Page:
If you’re reading this post, chances are you’ve already heard about the petition requesting that Amazon require reviews to be posted under the reviewer’s “real” name. Last I heard, the petition had about 6,000 signatories, including Anne Rice. The idea here is that, if people are required to use their real names when reviewing books, they will be less likely to post “bullying” reviews.
Lots of people have posted their thoughts about this, but I really have to address the mindset behind these movements that set out to reduce “bullying” in the review sphere. Put simply, I find instances of anything that resembles ACTUAL bullying in reviews to be so few and far between that calls to put an end to it are a bit like recent legislative efforts to prevent/end voter fraud. I mean, sure, it sounds like a solid idea in principle: voter fraud is clearly a bad thing. It’s just that the actual problem with voting in the US is that people who are eligible to vote DON’T, not that people who aren’t eligible DO. Similarly, the problem in the review sphere ISN’T that people leave lots of bullying reviews, but rather that to few are comfortable leaving reviews at all.
Let’s define bullying, shall we? I like the Wikipedia definition:
“Bullying is the use of force, threat, or coercion to abuse, intimidate, or aggressively impose domination over others.”
When an author tells me he/she has been on the receiving end of a “bullying” review, I always ask what they mean by bullying. Most of the time, what I’m told is that this author has a fellow author nemesis who has set up a sockpuppet account to leave cruel one-star reviews on the first author’s books. This is “bullying” because the writer of the review is doing it solely to damage the author’s sales and improve his/her own.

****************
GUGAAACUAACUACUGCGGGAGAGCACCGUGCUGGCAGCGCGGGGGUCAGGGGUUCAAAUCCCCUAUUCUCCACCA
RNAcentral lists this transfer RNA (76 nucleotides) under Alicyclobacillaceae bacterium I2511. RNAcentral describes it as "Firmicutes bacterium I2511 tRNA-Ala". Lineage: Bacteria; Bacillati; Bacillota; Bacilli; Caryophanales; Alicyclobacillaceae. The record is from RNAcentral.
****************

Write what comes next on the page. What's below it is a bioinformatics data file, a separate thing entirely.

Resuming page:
Except, no, that’s not bullying. It’s fraudulent (assuming you can prove that the reviewer is actually sockpuppeting and not just someone you suspect of it) and it’s certainly vindictive (again, assuming you’re right that it’s a jealous author and not just a reader who genuinely didn’t like your book), but it’s not the use of force, threat or coercion. It’s the expression of an opinion. Period. And unless the reviewer has enough time on his/her hands to set up multiple sockpuppets and write multiple reviews, a single one-star review from a jealous competitor is, frankly, not likely to have much impact on your career. Plus, that jealous competitor’s career is going to suffer if he’s spending all his time writing mean reviews of your books instead of writing books of his own.
Of course, that isn’t the only kind of review that’s labeled as bullying. Snarky reviews are often called bullying. (They’re not.) DNF reviews are often called bullying. (They’re not, either.) And then there is the special category of reviews wherein the reviewer makes credible threats against the author or his/her family. The latter would, in my opinion, qualify as a bullying review. I’ve also never seen one. Lots of folks have claimed to get them. But Internet Rule #1 is that if there aren’t screen shots, it didn’t happen. And if it did happen, I can guarantee that any of the major sites, including Amazon, alerted to the existence of the threatening review, would remove it.
(Note: Saying on Twitter that you’d like to “cut” the author for killing off a beloved character is not a credible threat. It’s hyperbole. It’s also not a review.)
So, the bottom line is that this petition to require real names on Amazon reviews is a solution in search of a problem. It’s also a foolish solution that would likely lead to many, many fewer reviews of any kind for all books. In this respect, the proposed remedy is precisely analogous to the voter ID laws intended to prevent voter fraud, but which actually wind up discouraging eligible voters from voting.
And fewer reviews isn’t good for anyone. Not for readers. Not for authors. Even those who’ve actually been bullied.